The Veteran Slinger: Even while Nesbitt established himself fairly quickly as the “quarterback of the future,” regime change or no, but when the doomed coaches looked to the bench to relieve similarly doomed Taylor Bennett against Georgia and Fresno State, they turned first to Calvin Booker, an Auburn transfer who played the big-armed, pocketbound Hyde to Nesbitt’s scrambling Jekyll. Booker got most of his snaps in the bowl game, hitting 7-of-15 for 116 yards, one touchdown and one pick in a futile effort under an interim administration, but he offers Johnson the kind of pro size (6’4”, 235, up about 30 pounds since Auburn lured him from Atlanta in 2004) and arm he’s never had at his disposal before. If Johnson has any inclination to insist on balance and/or a consistently productive passing game, Booker is far more likely to hold up as a conventional, every-down passer. And it’s not like he’s Dan Marino back there, athletically.

The Young ‘Uns: Jaybo Shaw, in addition to sporting a classic “I can’t believe he’s white” first name (if it was spaced in the tradition of caucasians from Georgia, i.e. “Jay Bo,” there’d be no question), is allegedly one of the best incoming “dual threat” quarterbacks in the country and came in expecting to compete for the job right away. Shaw was offered as a receiver by South Florida and actually has a faster listed 40 time (4.45) than Nesbitt (4.58), whatever that’s worth, so his reputed athleticism is legit; he’s run the option in organized football since he could barely walk, was the first player to commit to Johnson after he was hired, and at a meager 170-175 pounds fits right in with the undersized scrappers Johnson’s worked with in the past. And if there’s one thing we definitely know about Jaybo before he takes a college snap, it’s that he can scrap. He’s drawing strong reviews in practice so far and likely will not redshirt, if you heed the buzz.

Coming out of the spring, though, it was another freshman, obscure redshirt Bruce Dykes, sitting behind Nesbitt (and in front of Booker) on the preseason depth chart. Dykes was a walk-on last year and is the kind of guy who’s praised for “showing the ability to take hits” in practice, neither of which is exactly what you want in a potential starter; it’s very possible Johnson is playing the “don’t get beat by a walk-on” card to light the proverbial fire under the more talented kids. Nevertheless, Dykes took snaps with the first team, has a few generic high school awards in multiple sports that indicate he’s not a complete schlub, and he entered fall practice right in the mix. So there you go.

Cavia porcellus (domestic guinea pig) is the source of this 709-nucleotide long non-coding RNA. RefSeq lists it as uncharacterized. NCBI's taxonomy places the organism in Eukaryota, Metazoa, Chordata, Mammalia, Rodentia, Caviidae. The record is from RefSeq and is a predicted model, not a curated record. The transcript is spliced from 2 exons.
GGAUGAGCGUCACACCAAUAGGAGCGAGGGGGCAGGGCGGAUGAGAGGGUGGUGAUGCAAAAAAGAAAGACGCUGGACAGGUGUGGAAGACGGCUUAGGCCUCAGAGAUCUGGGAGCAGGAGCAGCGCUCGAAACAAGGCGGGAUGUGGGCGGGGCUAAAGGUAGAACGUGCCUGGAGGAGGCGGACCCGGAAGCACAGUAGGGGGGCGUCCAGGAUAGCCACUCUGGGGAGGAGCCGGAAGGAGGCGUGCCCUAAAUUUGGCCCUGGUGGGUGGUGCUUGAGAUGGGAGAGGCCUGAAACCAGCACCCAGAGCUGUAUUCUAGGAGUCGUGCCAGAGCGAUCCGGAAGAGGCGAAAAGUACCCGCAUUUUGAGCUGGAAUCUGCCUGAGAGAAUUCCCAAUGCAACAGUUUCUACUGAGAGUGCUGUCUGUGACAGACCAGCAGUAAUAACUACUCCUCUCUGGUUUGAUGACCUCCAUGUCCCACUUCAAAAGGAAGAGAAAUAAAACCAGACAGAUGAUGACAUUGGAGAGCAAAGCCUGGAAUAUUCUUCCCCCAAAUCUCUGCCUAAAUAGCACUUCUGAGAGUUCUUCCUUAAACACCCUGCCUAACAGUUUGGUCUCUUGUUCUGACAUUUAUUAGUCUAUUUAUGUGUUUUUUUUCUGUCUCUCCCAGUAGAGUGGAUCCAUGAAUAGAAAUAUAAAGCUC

The Smart Money: Nesbitt is clearly the favorite for this type of scheme and all projections have him taking the lead role. Booker is the only other option with actual game experience, but it seems more likely a challenge will come -- if it comes -- from Shaw, who was made to run Johnson’s system (to the extent he was made to do anything in football, at least) and enthusiastically committed to it. But many elite schools were after Nesbitt, to play all variety of positions; Shaw’s other option to play Division I quarterback was at Middle Tennessee. Nesbitt has a year and about 30 pounds on the freshman, but it’s less about waiting in line than just putting the best athlete on the field.